Media interested in covering the event may arrive at the Arts Court Theatre anytime after 5 PM as rehearsals and setup are underway. Parking is available on the street (metered parking) or at one of the adjacent paid lots (Rideau Centre and Novotel). There is no public parking on site. For more information about the Arts Court facility and foundation, visit or call theatre manager Sam Awwad at 613-569-4822 ext. 231.

Wednesday, August 01, 2007

Noah Eli Gordon's A Fiddle Pulled from the Throat of a Sparrow

Yes, I've said
or thought to say

Yes, I've said
nothing & then not

nothing, nothing
of our dusty thoughts

their harmonious

of a girl

into an

of a boy
covered in mud

under an ash tree

For years I've been seeing individual poems there and here by American poet Noah Eli Gordon, and finally had a chance to go through his most recent poetry collection A Fiddle Pulled from the Throat of a Sparrow (Kalamazoo MI: Western Michigan University, 2007). His fourth trade collection, it follows his previous works The Frequencies (Tougher Disguises, 2003), The Area of Sound Called the Subtone (Ahsahta Press, 2004) and Inbox (BlazeVOX, 2006), as well as a number of other chapbooks. This fall even sees the publication of two other titles, including the poetry collection Novel Pictorial Noise (selected by John Ashbery for the 2006 National Poetry Series) and, with Joshua Marie Wilkinson [see my note on him here], the forthcoming collection Figures for a Darkroom Voice (Tarpaulin Sky Press). On his list of other titles, one of the titles that does really jump out is the ongoing "whalebone essays" he's been working with Eric Baus [see my review of his first book here], Nick Moudry and Travis Nichols that has resulted, so far, in the chapbook Untitled (Whalebone) Essays; what is this project all about?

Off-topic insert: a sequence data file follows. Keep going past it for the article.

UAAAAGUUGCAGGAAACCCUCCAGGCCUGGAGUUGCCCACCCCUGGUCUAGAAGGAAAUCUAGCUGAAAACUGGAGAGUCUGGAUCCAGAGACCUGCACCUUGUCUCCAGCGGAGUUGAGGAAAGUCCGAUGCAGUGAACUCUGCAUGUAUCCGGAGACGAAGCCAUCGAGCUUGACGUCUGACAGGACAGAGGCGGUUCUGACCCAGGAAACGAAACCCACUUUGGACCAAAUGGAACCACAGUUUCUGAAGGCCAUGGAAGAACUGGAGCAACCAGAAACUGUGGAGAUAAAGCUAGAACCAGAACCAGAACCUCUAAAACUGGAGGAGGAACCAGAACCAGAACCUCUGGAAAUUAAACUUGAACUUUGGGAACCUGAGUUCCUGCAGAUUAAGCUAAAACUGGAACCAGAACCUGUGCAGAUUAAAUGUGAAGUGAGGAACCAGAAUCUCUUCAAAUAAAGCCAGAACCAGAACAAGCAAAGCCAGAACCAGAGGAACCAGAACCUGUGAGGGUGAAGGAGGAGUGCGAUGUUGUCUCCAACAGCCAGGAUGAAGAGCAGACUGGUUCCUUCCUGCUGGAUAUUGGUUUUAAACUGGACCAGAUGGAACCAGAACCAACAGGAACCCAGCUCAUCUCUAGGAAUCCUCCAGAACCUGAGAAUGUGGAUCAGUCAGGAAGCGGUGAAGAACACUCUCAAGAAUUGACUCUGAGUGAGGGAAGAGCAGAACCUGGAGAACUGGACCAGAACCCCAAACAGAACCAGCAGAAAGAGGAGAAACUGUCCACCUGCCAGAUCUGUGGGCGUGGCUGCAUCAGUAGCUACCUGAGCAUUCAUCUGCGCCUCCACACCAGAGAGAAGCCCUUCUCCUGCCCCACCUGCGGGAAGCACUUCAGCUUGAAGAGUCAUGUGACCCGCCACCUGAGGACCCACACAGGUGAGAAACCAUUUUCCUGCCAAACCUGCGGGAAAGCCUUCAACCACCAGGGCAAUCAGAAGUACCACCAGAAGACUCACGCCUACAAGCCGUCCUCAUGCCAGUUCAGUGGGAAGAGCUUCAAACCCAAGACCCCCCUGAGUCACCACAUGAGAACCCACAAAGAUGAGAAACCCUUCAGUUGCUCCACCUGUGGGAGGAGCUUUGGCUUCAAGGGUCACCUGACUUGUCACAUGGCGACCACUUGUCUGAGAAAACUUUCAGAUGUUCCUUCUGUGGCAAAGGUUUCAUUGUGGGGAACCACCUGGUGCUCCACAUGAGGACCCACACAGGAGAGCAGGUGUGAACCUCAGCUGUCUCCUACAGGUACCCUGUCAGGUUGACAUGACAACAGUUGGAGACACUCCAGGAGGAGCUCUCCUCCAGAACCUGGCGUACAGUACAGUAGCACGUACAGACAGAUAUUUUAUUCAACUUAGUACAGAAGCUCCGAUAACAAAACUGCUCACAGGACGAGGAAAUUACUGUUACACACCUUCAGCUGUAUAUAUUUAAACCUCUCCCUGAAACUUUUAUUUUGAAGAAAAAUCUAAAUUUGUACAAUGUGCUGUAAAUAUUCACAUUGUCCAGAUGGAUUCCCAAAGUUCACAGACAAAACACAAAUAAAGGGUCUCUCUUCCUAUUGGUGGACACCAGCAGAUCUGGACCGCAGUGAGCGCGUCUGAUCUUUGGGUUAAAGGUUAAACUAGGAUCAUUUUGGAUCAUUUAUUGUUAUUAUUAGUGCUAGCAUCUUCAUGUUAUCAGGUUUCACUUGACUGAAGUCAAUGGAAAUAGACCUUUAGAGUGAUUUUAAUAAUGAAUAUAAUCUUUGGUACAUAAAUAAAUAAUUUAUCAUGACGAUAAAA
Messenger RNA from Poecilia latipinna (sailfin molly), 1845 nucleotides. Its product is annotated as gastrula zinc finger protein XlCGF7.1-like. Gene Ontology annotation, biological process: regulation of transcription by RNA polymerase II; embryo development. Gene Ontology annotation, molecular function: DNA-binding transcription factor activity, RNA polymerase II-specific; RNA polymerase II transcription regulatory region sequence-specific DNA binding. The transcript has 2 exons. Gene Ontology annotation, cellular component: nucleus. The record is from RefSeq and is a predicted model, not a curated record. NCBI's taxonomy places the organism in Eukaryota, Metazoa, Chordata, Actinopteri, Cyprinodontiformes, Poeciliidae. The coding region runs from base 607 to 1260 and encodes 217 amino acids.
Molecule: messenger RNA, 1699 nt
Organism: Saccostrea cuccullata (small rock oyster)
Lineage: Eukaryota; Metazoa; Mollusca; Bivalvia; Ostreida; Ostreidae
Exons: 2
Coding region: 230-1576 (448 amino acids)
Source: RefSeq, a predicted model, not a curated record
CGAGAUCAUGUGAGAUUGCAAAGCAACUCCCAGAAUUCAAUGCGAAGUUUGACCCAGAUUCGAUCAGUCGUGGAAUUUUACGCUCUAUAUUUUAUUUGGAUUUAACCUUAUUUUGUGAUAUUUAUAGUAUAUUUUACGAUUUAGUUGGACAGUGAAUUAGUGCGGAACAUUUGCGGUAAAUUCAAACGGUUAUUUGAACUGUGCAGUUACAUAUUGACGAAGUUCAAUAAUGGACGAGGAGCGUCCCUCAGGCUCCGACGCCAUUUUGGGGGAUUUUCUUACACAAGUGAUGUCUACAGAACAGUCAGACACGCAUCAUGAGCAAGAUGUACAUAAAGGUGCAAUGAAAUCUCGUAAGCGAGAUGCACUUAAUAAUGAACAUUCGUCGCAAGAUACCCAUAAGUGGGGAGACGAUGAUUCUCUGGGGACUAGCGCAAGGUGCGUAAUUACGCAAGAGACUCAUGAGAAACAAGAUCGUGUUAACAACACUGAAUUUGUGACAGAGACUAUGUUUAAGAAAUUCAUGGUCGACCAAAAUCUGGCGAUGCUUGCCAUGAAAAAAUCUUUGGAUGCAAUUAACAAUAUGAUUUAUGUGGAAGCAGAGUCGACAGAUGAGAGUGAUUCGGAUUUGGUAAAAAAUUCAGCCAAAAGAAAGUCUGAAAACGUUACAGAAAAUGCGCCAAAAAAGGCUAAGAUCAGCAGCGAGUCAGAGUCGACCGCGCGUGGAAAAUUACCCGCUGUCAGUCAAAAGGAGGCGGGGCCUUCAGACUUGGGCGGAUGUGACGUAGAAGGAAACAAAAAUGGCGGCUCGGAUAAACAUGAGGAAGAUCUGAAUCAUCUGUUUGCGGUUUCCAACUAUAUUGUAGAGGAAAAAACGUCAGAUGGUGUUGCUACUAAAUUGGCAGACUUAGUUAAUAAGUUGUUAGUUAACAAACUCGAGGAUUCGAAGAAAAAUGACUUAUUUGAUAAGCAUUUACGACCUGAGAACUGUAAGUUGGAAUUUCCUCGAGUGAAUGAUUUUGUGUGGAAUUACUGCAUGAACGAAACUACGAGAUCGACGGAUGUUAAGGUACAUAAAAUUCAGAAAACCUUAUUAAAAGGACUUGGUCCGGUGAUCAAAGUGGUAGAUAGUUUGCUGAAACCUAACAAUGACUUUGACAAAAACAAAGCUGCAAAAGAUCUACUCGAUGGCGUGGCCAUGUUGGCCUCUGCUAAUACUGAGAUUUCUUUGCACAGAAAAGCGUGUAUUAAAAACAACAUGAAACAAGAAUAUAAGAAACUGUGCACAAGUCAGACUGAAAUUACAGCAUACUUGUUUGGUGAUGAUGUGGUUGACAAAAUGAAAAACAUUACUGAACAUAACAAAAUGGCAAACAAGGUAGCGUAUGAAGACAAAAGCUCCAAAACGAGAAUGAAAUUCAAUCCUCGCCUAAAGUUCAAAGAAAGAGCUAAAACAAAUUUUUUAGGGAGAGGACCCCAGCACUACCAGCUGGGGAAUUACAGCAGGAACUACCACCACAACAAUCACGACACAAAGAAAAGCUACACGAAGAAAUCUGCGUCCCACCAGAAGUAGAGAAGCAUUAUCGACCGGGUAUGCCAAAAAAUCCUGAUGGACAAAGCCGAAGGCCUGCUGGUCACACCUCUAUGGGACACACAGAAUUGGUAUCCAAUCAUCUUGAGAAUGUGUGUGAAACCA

Built in eight sections, the poems in A Fiddle Pulled from the Throat of a Sparrow project a mature work, and leaps ahead of what I've seen in The Frequencies and Inbox, but continuing the poems from his collection The Area of Sound Called the Subtone. One of the highlights of this collection is the four poem "Four Allusive Fields" that each begin from a repeated first line, and seem to leap out of the quote from Roland Barthes, "Who is Cy Twombly? What is it he does? / And what are we to call what he does?" Listen here to the second poem of the small quartet: